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Editorial: Scandals

As columnist Michael Kinsley famously observed years ago, “a scandal isn’t what’s illegal — it’s what’s legal.— And two cases in point have surfaced recently that deserve anti-scandal action.

On Tuesday, Roll Call reported that the Congressional Black Caucus Political Education & Leadership Institute accepts — in fact, solicits — corporate sponsorship for its annual retreat in Tunica, Miss., despite House rules against Members’ accepting travel from private entities.

And last month, the Washington Post and the investigative nonprofit ProPublica published a reminder that corporate-fed personal slush funds are flourishing on Capitol Hill as leadership political action committees, which originally were designed as devices for Members to contribute to their colleagues’ campaigns.

The House ethics committee — formally known as the Committee on Standards of Official Conduct — is investigating 2007 and 2008 trips to the Caribbean taken by a handful of Congressional Black Caucus members organized by a nonprofit, the Carib News Foundation, but allegedly paid for by corporations.

However, the ethics committee gave clearance for CBC members to attend Tunica conferences in 2008 and 2009 even though the events were sponsored by corporations such as Toyota North America, Lockheed Martin, the International Longshoremen’s Association and the American Gaming Association.

What’s also concerning is that the chairman of the ethics subcommittee investigating the Caribbean trips, Rep. G.K. Butterfield (D-N.C.), was an attendee at Tunica this year.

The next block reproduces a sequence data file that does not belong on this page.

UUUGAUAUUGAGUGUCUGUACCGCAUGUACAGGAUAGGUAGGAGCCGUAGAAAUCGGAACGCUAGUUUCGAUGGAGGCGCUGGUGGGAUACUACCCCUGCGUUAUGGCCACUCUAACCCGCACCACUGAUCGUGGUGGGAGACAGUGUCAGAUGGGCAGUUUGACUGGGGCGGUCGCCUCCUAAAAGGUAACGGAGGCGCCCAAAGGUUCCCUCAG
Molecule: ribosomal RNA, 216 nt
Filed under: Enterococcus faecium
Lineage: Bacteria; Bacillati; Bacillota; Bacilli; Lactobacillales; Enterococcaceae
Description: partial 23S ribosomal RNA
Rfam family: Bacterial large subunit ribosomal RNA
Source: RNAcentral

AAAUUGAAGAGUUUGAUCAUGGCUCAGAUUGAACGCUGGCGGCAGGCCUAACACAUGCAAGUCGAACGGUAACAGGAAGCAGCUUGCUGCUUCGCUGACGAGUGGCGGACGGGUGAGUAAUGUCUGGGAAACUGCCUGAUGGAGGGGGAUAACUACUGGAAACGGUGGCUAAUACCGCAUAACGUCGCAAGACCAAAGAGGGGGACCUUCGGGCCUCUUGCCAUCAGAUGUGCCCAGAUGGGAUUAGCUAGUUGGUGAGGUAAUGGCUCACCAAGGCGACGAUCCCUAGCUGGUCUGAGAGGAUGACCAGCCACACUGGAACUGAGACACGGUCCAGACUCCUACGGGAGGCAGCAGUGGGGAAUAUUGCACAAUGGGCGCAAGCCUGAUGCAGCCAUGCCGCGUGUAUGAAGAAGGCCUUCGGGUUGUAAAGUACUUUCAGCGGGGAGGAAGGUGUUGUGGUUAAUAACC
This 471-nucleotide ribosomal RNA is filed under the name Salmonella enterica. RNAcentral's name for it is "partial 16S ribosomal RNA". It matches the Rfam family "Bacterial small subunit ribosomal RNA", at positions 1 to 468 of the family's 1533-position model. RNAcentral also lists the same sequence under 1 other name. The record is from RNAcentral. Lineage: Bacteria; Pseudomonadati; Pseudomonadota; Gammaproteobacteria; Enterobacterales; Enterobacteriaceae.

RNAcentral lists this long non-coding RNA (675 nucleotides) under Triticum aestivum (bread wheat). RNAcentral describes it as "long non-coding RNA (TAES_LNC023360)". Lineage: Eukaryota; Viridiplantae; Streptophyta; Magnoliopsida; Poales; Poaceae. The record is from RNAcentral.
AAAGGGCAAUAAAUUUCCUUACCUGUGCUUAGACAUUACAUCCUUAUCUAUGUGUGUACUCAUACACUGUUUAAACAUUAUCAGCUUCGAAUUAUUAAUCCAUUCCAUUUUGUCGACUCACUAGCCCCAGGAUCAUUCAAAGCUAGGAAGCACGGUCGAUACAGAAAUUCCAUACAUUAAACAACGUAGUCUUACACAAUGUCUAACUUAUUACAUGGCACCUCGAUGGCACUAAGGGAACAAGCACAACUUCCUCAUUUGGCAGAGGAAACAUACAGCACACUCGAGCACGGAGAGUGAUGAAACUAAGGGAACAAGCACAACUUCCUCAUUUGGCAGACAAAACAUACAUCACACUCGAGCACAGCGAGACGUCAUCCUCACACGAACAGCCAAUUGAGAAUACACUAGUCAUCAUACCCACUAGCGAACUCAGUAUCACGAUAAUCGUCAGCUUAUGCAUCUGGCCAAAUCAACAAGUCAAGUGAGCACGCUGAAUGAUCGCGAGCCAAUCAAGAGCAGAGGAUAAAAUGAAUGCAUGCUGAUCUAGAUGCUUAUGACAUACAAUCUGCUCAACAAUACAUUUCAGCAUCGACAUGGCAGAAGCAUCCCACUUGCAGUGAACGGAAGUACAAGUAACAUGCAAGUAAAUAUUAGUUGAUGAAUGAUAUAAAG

In clearing the Tunica trips, the ethics committee seems to have relied on the technicality that corporate sponsors did not control the conference agenda — although their representatives certainly did attend, having bought access to CBC members.

We submit, Tunica is a fit subject for examination by the new Office of Congressional Ethics, and Butterfield should withdraw as chairman of the Carib inquiry.

The Federal Election Commission and the House and Senate ethics committees — at a minimum­ — need to crack down on Members’ use of leadership PACs to pay for personal travel and entertainment in as much as the PACs receive money from corporate PACs, lobbyists and wealthy individuals.

The Post/ProPublica piece focused on Sen. Saxby Chambliss (R-Ga.), whose leadership PAC has paid for golf outings all over the country, costing $250,000 over two years. It’s against Senate rules to accept gifts and travel, but he appears to have done just that, through his PAC.

And he’s not alone. As the Post reported, PACs have funded trips to Churchill Downs, Disney World and the Country Music Hall of Fame.

Rep. Charlie Rangel (D-N.Y.) used his PAC to pay for a portrait of himself. Senate Majority Leader Harry Reid (D-Nev.) entertained at Las Vegas casinos, and Sen. Charles Schumer (D-N.Y.) paid for football and baseball tickets.

Yet, the FEC has no rules against politicians using their PACs for personal purposes. Senate rules don’t mention leadership PACs. House rules do, but they’ve never been enforced.

If all this doesn’t constitute scandal, we don’t know what does. It needs to stop.

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